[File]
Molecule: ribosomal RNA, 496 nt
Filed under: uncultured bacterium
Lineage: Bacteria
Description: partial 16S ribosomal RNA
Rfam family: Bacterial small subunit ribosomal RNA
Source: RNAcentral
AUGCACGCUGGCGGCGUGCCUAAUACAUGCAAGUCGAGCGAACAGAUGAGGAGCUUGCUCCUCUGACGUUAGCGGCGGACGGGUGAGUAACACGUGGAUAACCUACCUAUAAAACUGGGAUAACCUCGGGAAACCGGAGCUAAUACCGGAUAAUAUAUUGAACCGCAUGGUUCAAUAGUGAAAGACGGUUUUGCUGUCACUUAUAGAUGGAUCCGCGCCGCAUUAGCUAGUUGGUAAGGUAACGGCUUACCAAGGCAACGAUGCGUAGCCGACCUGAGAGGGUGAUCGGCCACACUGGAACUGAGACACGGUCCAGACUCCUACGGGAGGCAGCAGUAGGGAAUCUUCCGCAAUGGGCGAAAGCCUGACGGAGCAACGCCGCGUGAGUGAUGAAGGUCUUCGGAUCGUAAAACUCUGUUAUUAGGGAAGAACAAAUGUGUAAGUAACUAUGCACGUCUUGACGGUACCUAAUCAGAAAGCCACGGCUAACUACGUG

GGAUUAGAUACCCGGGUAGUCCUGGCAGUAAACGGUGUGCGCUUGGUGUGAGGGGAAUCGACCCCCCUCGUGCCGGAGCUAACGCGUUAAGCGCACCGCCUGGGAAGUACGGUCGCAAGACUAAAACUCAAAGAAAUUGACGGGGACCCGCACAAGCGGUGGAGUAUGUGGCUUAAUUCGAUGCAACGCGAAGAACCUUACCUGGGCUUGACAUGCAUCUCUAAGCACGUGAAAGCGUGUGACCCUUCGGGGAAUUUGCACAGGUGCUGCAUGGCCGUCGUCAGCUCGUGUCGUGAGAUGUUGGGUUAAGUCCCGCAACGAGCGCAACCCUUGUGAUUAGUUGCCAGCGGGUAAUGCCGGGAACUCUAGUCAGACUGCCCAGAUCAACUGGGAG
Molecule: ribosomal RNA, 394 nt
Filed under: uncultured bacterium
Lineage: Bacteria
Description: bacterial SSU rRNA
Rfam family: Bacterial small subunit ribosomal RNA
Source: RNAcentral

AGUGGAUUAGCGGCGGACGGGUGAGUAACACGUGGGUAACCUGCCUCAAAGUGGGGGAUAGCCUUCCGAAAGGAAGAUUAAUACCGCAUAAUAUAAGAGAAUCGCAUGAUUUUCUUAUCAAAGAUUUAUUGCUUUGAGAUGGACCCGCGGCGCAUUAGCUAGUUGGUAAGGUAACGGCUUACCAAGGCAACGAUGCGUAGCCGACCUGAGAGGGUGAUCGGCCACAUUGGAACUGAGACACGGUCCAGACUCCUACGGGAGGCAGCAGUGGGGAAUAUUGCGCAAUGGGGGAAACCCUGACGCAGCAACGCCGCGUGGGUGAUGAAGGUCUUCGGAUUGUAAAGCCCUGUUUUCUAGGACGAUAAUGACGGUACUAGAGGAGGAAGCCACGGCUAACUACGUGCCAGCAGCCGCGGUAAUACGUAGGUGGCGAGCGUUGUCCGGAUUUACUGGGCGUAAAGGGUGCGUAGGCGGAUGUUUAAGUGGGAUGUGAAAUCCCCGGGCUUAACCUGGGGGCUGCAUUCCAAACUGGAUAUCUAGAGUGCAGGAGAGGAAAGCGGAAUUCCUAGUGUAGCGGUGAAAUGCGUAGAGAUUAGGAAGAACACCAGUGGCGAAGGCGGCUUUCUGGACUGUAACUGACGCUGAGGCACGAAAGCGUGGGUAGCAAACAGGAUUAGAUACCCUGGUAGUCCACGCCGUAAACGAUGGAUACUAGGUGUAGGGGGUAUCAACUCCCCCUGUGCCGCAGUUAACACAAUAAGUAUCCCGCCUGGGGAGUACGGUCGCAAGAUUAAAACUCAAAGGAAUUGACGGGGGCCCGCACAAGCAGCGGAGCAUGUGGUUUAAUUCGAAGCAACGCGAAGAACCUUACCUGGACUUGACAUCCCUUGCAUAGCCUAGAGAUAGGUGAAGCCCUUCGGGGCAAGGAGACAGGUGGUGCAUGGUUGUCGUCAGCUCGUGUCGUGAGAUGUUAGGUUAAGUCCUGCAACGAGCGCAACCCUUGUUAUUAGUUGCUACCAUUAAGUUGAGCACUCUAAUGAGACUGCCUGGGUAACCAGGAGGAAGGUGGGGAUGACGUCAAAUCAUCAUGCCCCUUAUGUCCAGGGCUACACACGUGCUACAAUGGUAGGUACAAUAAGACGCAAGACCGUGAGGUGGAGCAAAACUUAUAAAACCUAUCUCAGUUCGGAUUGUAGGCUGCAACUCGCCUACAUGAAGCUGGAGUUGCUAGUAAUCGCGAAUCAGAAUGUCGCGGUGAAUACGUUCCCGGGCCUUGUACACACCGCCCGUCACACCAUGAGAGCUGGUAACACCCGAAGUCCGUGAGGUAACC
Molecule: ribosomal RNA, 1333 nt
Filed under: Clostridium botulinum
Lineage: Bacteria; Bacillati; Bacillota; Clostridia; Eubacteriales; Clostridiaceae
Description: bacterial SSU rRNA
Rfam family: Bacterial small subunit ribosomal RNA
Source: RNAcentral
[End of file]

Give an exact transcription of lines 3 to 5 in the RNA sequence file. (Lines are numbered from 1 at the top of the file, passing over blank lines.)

Lineage: Bacteria
Description: partial 16S ribosomal RNA
Rfam family: Bacterial small subunit ribosomal RNA